This was proved by two feathered visitors – a Common Redshank and a Lesser Sand Plover – that were captured recently in the Bundala National Park, on the southern coast.A team of bird lovers working for the National Bird Ringing Programme noted that the two birds had been ringed during earlier visits to the national park: the Common Redshank was ringed in 2009, and the Lesser Sand Plover in 2007.

Exhausted Pitta found in Maradana in 2009
Setting up mist nests in Bundala at dusk

Bird migration is a source of fascination to bird lovers. Year after year, during the visiting season, these overseas callers are drawn to Sri Lanka, because of the island’s geographical position, just below the southern tip of the Indian subcontinent. Sri Lanka represents their final destination in their long journey from their homes in northern climates.

The National Bird Ringing Programme, a scientific study of bird migration patterns, is a joint venture of the Field Ornithology Group of Sri Lanka and the Department of Wild Life Conservation. The programme was launched six years ago, in April 2005, at the Bundala National Park.

Migrant birds start arriving in Sri Lanka around the middle of August, ahead of the winter in their native lands. After spending around six months in the island, they return to their breeding grounds towards the end of April the following year. Of the 492 bird species recorded in Sri Lanka, 169 or 36 per cent are migrants. Waders, ducks and coastal birds represent the bulk of the visitors.

The Bundala wetland, about 15 kilometres east of Hambantota, is a paradise for migrants, and has been the base for the ringing programme.

Ringing is a delicate operation, and is generally conducted at dusk. Mist nets (nets with small holes eyes) are strung up around the Bundala lagoon. Birds that get entangled in the nets are taken to the camp and their statistics recorded. A small, individually numbered ring is attached to the birds’ legs.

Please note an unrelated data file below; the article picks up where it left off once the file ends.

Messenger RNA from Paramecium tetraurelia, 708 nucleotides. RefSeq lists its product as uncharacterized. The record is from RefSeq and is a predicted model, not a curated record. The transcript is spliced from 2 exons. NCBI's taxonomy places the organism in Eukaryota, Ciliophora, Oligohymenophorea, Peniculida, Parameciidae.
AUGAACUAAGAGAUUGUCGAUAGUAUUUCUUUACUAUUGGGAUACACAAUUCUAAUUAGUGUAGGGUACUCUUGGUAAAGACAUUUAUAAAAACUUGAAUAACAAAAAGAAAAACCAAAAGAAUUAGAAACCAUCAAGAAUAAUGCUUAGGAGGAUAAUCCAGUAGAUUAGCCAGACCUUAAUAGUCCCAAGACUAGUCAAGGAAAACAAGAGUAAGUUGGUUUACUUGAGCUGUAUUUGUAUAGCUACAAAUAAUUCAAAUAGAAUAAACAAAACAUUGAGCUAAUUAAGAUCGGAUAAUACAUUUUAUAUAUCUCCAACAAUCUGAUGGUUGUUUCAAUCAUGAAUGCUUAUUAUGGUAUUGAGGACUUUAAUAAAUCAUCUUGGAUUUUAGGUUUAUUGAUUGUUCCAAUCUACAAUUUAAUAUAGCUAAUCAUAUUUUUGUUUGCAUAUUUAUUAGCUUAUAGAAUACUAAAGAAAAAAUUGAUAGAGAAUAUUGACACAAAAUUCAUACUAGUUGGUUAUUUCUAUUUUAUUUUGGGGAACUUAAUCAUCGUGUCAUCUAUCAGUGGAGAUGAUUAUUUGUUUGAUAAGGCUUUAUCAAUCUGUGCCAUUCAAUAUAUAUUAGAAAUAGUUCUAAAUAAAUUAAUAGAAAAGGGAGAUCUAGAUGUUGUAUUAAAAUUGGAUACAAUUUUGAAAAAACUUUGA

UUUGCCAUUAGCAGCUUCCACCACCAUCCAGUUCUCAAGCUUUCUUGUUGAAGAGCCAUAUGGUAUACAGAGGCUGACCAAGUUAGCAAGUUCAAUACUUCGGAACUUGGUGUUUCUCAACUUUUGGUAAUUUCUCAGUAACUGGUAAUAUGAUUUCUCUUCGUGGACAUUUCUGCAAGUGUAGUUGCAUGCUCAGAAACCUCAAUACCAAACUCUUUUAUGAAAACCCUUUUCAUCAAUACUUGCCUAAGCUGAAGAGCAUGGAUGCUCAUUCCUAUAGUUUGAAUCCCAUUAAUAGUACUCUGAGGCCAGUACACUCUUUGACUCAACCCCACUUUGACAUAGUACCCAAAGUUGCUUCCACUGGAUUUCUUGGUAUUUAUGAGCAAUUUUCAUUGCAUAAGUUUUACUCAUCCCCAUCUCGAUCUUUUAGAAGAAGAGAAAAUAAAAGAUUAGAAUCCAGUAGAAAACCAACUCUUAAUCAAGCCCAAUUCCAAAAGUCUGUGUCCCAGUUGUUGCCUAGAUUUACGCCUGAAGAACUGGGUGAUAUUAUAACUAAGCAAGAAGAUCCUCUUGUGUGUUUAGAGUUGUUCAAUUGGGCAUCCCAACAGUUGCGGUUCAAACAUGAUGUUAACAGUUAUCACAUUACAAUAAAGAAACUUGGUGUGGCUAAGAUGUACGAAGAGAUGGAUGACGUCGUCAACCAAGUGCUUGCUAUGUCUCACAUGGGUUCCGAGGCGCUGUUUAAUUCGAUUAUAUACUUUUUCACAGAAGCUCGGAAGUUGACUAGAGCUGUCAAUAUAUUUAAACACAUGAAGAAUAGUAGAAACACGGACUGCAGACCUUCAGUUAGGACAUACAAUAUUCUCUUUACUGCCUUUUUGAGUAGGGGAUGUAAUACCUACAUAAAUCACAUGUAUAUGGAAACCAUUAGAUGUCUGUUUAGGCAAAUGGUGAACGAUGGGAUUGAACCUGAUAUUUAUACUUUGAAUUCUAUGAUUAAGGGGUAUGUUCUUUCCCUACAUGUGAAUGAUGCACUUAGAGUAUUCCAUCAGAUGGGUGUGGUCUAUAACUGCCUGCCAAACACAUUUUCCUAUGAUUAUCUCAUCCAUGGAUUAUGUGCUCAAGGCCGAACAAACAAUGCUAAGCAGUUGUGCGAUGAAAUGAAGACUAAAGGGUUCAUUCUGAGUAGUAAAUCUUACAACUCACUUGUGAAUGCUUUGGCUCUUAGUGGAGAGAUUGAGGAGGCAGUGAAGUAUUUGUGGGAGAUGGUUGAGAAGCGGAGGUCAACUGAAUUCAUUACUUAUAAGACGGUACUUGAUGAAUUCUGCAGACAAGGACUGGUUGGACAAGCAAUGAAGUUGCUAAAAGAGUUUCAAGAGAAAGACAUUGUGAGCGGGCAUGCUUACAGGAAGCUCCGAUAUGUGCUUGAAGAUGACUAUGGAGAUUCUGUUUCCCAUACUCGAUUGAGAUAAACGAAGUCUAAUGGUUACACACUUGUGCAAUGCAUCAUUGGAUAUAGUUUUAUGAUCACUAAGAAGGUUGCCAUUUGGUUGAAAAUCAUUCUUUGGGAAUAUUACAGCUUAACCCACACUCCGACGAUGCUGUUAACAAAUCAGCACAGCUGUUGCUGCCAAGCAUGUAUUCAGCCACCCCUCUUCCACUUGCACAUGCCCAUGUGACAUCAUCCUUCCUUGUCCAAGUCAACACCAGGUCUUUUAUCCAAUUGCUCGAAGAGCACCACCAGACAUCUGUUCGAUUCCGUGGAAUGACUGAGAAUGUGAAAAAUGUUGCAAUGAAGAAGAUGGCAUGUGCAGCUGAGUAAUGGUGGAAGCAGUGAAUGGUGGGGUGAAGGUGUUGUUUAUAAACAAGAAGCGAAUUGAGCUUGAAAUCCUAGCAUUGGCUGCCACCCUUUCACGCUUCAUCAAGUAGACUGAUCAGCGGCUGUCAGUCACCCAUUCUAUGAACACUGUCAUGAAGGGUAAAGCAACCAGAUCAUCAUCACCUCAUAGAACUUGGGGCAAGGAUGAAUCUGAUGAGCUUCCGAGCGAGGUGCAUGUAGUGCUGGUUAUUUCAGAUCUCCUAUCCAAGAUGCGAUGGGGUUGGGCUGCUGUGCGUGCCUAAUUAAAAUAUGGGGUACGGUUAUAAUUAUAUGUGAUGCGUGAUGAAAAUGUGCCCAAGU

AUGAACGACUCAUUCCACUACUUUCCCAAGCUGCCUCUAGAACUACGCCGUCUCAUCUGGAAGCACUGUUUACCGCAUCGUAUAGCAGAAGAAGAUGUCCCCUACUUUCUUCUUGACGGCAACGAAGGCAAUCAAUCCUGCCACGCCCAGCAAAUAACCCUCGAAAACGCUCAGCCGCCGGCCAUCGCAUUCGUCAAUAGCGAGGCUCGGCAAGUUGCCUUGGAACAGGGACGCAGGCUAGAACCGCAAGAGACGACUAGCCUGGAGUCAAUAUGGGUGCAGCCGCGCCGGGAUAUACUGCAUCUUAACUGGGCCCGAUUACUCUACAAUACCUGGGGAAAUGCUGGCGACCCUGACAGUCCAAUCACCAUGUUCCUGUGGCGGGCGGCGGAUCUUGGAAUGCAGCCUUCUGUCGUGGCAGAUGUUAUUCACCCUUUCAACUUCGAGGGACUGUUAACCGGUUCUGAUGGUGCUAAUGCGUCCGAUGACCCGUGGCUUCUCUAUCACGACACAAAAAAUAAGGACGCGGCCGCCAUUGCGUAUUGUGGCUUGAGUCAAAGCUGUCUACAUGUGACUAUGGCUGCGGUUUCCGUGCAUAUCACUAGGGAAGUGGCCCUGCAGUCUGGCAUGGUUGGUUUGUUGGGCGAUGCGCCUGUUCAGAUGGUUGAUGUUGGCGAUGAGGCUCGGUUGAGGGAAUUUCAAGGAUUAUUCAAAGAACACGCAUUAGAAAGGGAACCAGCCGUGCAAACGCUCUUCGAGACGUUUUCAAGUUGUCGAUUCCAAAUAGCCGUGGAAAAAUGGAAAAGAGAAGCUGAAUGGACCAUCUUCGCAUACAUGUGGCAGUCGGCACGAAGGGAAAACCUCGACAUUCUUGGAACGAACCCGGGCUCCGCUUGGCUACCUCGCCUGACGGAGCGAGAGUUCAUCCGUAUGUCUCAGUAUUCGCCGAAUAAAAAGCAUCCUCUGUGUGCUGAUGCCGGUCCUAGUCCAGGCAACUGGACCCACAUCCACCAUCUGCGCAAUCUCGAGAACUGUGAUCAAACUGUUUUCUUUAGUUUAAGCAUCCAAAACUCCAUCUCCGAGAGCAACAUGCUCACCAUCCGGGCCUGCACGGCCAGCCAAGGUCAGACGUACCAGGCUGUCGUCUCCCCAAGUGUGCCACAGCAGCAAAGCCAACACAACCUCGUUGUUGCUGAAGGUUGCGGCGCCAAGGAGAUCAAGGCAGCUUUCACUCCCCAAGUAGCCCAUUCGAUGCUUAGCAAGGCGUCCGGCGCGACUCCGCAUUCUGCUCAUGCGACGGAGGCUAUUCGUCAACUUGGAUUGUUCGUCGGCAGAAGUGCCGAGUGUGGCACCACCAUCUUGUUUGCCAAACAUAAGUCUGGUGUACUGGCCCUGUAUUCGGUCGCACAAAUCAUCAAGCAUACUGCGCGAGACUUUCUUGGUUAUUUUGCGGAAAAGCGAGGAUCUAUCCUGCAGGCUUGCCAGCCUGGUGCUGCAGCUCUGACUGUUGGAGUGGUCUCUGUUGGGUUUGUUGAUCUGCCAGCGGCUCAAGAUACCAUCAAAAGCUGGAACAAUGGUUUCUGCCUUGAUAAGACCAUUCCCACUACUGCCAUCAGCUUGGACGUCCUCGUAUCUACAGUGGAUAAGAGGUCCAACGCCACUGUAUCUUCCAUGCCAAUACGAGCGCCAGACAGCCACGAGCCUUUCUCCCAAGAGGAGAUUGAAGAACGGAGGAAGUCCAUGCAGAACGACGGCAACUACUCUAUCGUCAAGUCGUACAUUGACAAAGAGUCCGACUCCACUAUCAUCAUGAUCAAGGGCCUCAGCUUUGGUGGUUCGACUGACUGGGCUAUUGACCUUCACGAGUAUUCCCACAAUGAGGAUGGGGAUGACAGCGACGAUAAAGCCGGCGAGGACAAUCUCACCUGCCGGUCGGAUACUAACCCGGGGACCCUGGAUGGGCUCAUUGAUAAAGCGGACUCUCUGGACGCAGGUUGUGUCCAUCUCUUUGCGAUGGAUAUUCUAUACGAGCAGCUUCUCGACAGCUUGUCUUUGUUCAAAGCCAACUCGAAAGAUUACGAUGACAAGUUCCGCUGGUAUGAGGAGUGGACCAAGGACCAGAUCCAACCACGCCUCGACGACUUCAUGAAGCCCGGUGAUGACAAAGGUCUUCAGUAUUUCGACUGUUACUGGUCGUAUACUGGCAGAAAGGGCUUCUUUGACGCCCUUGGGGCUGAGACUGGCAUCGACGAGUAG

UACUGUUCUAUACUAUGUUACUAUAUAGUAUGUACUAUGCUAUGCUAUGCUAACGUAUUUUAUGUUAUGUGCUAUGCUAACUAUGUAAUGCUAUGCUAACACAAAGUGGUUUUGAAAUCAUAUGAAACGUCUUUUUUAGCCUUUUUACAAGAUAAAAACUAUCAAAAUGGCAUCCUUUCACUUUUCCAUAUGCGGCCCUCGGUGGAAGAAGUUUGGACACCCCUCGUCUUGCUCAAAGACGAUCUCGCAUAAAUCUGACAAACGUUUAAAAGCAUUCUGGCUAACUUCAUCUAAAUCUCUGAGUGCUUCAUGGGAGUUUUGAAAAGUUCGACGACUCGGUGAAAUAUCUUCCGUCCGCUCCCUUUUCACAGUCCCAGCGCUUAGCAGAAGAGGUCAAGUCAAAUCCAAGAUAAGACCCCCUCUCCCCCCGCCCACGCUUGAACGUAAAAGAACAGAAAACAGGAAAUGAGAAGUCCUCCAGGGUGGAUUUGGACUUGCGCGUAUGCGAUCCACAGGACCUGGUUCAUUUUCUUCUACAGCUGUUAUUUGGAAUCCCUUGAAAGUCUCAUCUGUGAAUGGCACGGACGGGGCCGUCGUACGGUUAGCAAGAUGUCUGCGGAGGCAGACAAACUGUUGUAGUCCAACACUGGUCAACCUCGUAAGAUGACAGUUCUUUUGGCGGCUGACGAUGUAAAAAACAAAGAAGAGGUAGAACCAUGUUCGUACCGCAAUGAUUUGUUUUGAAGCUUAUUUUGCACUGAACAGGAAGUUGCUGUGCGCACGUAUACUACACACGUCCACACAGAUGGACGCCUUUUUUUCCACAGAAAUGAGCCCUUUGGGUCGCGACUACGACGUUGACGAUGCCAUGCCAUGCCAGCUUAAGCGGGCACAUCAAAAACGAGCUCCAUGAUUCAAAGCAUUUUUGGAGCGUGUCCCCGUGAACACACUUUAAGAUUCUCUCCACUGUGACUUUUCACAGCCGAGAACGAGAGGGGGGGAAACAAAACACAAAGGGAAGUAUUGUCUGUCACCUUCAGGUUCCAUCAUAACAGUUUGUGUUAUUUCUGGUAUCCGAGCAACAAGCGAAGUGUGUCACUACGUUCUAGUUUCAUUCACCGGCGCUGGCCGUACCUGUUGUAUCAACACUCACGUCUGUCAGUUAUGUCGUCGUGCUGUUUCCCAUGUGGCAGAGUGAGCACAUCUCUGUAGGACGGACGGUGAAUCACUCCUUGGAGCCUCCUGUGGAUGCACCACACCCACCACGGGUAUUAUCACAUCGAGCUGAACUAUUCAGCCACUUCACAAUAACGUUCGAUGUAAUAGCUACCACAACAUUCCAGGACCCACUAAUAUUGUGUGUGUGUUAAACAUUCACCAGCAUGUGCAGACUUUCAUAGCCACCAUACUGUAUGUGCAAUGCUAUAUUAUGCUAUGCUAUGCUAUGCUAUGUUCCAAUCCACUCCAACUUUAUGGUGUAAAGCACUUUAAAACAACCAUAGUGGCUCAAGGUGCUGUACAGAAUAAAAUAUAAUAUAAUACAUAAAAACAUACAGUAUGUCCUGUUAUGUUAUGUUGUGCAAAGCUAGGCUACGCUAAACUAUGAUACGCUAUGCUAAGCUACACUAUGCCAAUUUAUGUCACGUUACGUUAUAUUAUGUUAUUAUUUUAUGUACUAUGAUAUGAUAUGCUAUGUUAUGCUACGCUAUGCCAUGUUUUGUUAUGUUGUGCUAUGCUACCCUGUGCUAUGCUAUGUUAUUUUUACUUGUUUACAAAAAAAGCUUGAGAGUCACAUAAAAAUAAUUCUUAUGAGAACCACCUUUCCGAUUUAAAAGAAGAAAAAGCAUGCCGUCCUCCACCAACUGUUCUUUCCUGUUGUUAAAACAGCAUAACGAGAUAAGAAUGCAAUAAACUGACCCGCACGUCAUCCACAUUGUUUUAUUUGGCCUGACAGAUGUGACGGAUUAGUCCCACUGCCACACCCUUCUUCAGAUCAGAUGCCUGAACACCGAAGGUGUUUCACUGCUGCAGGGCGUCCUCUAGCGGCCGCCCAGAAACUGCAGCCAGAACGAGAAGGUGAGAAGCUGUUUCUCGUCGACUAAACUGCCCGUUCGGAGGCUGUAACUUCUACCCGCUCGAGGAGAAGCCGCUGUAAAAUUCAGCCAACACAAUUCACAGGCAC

The ringing exercise takes place four times a year, three during the migratory season and one in July. The three migratory season operations are conducted at the start of the wintering period (September to October); in mid-winter (December to January), and the end of the wintering period (March to April).
Researchers say the ringing programme should be expanded to other locations in the country in order to allow a better understanding of the migrants.

Habitat loss is a serious threat to migrants, says ornithologist, Professor Sarath W. K. Kotagama. The migrants are highly vulnerable to disruption of habitat, such as the cutting down of swathes of forest. These disruptions may threaten the very survival of the bird species, he says.

Watch out for migrants in trouble 

Anyone who cares about birds and wildlife would be interested to know that you do not have to go all the way to the south coast, to places like the Bundala Nature Reserve, to see migrant birds.

Some of the more common migrants visit home gardens as their temporary residence, and even hover around populated urban areas, including the city of Colombo. These visitors include the Indian Pitta (Avichchiya); the Asian Paradise Flycatcher (Sudu-Redi Hora); the Blue-tailed Bee-eater; the Brown Flycatcher, the Barn Swallow, and the Forest Wagtail.

The Field Ornithology Group of Sri Lanka, an affiliate of BirdLife International, organizes “MigrantWATCH”, an opportunity for bird lovers to observe and study migratory birds.

Some of the common migrants need our help in order to survive. The Indian Pitta, for example, arrives in Sri Lanka, usually exhausted after its long journey. Protect the bird if you see it in your garden.

The Sunday Times reported one such Indian Pitta that was rescued in Nugegoda. and another that was rescued in Colombo. Alert residents can help the tired bird by rescuing the troubled Indian Pittas found in their gardens. “This is one of the reasons we started MigrantWATCH,” says a member of the Ornithological Society.